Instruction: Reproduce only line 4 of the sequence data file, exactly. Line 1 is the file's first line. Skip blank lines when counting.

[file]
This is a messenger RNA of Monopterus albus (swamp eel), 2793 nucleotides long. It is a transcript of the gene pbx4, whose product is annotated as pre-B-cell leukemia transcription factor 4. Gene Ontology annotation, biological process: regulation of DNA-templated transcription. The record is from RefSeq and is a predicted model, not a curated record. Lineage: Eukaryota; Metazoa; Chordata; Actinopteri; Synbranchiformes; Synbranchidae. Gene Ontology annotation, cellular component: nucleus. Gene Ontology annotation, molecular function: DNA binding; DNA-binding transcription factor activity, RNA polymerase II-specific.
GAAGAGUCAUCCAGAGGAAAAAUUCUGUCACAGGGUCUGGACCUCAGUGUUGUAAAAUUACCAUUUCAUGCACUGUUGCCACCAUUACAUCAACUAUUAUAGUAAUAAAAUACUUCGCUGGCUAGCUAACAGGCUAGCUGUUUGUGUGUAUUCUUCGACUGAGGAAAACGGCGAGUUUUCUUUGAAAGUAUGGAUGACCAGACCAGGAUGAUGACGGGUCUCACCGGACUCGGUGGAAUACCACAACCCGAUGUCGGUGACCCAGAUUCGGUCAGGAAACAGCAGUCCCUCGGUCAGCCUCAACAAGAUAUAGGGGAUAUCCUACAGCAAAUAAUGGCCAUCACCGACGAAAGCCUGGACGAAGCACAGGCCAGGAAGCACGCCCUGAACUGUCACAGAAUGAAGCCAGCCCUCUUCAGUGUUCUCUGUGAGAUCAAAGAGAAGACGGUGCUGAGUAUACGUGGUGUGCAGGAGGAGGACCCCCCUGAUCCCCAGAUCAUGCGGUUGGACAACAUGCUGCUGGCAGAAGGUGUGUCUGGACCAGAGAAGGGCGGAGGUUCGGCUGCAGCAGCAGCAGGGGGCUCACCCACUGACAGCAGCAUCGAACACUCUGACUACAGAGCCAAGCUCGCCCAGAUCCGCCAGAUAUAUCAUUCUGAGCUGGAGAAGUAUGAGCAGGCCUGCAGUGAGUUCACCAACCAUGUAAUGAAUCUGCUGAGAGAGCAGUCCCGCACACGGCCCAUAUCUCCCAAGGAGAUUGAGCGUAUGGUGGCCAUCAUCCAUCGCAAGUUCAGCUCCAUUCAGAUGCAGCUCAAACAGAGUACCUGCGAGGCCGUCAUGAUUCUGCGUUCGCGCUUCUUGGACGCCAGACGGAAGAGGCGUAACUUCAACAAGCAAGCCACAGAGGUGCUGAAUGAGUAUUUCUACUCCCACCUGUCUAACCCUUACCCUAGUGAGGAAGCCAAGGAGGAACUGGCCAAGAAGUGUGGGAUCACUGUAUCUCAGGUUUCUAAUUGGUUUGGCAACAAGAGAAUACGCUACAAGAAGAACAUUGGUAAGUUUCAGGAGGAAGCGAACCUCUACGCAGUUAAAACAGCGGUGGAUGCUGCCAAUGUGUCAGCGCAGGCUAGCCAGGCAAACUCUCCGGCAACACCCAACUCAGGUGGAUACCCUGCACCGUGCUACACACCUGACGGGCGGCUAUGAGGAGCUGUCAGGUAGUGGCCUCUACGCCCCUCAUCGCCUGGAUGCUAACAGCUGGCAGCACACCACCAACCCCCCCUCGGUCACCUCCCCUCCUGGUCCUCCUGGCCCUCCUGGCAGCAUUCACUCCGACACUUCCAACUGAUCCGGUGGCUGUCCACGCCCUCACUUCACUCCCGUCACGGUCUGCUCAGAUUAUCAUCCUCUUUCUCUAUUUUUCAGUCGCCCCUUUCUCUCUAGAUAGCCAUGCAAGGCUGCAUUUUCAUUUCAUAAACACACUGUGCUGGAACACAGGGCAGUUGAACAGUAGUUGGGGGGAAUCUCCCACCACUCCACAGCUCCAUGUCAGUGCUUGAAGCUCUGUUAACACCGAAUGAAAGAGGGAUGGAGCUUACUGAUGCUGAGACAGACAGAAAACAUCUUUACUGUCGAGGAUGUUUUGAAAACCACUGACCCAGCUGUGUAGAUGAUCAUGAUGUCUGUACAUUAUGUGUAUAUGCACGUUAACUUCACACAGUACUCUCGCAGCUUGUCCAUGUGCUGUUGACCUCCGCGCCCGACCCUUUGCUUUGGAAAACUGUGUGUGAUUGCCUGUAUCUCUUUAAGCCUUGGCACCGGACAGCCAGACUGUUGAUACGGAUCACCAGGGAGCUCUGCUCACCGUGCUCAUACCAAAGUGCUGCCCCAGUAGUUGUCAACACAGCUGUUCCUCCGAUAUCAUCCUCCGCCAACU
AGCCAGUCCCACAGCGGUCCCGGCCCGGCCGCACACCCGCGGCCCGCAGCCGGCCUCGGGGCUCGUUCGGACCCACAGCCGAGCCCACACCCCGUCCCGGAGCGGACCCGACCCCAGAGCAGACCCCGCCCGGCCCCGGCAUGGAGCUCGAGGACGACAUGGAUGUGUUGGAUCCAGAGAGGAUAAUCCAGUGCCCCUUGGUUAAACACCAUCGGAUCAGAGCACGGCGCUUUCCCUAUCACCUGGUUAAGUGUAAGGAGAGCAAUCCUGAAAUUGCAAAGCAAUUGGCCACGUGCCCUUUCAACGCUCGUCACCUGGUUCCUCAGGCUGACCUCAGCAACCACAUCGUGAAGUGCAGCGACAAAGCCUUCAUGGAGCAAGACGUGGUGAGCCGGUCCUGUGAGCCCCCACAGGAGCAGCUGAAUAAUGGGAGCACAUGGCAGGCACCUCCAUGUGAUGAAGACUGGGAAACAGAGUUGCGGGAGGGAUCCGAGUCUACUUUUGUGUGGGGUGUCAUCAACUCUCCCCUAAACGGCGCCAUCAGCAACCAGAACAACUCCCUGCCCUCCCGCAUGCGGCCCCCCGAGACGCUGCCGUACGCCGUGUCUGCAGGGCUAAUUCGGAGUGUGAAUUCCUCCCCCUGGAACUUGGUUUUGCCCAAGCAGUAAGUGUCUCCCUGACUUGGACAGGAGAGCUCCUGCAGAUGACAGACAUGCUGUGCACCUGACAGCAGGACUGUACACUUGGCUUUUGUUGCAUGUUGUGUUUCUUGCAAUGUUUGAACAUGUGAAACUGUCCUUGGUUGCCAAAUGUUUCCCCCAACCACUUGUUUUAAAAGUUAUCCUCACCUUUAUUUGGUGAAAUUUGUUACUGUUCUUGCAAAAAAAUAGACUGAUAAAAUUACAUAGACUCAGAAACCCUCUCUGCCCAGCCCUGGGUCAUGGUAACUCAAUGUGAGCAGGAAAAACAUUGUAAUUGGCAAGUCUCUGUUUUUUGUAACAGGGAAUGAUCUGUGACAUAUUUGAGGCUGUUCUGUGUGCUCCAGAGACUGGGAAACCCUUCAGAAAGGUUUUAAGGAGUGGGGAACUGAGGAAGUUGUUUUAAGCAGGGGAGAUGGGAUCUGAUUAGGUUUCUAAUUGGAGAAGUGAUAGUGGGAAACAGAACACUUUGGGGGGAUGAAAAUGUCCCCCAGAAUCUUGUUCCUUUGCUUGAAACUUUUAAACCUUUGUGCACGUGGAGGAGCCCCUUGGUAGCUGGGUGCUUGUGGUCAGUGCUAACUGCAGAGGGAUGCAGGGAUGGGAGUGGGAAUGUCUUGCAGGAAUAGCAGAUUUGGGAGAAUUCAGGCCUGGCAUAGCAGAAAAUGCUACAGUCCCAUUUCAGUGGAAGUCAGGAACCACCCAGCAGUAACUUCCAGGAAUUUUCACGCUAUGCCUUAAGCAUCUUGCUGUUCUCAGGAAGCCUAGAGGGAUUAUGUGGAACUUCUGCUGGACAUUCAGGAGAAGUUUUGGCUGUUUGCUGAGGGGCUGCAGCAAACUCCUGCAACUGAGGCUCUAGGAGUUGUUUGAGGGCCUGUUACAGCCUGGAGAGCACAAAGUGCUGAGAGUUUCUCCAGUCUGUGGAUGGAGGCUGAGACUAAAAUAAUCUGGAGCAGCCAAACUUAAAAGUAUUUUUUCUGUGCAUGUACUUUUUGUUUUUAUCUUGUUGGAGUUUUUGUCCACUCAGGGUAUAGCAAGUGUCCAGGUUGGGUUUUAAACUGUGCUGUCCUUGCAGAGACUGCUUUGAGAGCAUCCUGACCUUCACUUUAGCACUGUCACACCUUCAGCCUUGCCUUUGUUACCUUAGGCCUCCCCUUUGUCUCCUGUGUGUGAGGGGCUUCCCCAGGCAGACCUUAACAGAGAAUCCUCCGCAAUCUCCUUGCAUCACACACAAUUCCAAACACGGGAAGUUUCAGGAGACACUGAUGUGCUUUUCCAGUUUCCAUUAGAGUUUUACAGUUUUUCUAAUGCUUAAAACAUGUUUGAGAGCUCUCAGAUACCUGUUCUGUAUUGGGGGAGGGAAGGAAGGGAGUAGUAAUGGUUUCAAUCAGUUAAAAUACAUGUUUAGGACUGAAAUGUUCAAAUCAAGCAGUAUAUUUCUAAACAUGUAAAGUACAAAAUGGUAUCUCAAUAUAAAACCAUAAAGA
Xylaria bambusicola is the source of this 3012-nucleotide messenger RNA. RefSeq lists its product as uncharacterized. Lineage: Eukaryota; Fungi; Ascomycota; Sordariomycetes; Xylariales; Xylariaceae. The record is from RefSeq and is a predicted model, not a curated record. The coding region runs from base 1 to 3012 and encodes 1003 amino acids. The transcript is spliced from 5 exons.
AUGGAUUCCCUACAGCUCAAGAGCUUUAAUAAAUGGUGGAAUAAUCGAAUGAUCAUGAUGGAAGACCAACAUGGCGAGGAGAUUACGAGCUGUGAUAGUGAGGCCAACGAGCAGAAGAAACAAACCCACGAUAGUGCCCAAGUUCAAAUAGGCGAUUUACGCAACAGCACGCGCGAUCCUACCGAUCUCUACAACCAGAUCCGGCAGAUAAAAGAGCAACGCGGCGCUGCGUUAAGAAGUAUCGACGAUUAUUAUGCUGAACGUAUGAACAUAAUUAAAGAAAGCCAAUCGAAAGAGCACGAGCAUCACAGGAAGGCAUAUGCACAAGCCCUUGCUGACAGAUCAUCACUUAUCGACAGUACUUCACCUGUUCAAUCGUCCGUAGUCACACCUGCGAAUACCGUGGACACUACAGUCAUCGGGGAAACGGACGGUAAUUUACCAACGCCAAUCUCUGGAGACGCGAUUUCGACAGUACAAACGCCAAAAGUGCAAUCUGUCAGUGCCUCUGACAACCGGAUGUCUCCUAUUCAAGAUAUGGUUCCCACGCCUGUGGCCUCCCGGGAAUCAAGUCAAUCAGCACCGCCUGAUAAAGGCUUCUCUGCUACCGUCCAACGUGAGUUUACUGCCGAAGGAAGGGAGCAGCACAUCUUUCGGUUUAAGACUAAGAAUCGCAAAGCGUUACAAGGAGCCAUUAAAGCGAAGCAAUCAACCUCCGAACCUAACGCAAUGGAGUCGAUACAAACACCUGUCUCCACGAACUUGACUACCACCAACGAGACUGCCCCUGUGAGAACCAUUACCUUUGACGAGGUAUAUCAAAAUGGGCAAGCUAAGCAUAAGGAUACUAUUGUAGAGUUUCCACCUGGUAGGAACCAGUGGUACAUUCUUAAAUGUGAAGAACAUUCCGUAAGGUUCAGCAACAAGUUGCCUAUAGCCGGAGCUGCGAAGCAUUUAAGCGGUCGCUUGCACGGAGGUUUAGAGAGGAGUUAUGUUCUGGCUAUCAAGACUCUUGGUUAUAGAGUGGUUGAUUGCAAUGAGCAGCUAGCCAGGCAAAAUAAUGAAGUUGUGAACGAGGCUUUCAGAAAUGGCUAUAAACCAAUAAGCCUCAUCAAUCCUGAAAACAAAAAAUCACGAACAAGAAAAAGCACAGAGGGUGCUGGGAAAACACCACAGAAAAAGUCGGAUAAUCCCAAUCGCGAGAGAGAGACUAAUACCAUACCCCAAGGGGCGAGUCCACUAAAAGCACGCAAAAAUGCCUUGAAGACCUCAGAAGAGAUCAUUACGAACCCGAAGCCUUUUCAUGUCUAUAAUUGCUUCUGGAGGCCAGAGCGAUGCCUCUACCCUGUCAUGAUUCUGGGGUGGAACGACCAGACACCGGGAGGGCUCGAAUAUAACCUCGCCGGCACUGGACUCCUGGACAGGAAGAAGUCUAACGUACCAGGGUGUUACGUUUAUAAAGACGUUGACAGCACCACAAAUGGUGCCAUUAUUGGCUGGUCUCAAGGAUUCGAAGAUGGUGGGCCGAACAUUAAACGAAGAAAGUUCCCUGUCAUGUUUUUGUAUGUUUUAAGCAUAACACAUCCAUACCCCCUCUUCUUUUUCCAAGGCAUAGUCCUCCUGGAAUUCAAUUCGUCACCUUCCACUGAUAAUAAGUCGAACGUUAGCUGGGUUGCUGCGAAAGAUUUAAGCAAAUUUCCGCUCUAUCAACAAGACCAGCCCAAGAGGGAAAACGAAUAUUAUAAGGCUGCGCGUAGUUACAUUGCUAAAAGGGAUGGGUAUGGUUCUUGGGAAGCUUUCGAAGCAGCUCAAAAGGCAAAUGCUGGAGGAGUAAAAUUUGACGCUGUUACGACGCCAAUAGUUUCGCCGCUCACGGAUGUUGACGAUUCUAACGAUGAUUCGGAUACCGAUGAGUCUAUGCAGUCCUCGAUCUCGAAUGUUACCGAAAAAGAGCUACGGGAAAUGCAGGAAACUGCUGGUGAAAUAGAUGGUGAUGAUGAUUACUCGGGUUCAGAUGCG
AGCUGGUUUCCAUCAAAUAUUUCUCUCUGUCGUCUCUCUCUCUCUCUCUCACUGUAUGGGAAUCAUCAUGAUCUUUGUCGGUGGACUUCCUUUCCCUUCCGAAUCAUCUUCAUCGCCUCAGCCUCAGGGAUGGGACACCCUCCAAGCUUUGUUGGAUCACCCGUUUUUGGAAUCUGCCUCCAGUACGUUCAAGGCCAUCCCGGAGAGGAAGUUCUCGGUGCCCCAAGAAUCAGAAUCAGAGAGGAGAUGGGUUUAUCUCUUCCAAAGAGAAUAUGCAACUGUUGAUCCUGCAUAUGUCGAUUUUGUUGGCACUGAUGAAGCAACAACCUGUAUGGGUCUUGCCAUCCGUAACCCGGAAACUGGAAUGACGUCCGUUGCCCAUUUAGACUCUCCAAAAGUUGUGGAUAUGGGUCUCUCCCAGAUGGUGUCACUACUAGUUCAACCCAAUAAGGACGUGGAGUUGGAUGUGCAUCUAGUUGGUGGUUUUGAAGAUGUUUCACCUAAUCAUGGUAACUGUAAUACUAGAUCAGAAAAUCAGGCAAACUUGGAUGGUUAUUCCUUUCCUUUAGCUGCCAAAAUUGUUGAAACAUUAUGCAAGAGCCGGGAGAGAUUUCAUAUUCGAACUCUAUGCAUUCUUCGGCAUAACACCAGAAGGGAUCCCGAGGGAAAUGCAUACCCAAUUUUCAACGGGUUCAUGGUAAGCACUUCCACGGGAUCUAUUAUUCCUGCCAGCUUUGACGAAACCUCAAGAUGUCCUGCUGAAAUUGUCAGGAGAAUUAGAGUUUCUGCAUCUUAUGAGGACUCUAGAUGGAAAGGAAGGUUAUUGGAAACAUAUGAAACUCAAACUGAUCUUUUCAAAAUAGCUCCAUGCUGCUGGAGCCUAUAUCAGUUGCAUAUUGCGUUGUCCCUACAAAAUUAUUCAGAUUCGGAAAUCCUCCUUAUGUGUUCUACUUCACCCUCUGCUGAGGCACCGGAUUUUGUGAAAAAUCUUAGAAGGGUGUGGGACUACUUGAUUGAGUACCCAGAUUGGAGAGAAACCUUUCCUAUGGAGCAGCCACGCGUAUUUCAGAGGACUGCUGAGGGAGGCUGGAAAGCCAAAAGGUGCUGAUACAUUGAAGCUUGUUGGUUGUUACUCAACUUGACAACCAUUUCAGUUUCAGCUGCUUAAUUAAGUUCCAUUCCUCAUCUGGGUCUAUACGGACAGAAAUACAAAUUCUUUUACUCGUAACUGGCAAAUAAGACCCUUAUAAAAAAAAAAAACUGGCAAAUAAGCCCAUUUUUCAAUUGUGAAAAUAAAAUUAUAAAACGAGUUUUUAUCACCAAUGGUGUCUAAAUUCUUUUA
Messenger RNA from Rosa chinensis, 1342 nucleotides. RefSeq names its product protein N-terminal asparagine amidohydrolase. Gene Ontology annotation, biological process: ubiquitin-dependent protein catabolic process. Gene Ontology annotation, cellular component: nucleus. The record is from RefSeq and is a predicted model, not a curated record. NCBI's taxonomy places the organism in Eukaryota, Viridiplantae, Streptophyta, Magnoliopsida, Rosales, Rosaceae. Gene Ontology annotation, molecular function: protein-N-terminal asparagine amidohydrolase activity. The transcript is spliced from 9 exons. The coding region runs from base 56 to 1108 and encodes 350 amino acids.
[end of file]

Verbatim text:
Xylaria bambusicola is the source of this 3012-nucleotide messenger RNA. RefSeq lists its product as uncharacterized. Lineage: Eukaryota; Fungi; Ascomycota; Sordariomycetes; Xylariales; Xylariaceae. The record is from RefSeq and is a predicted model, not a curated record. The coding region runs from base 1 to 3012 and encodes 1003 amino acids. The transcript is spliced from 5 exons.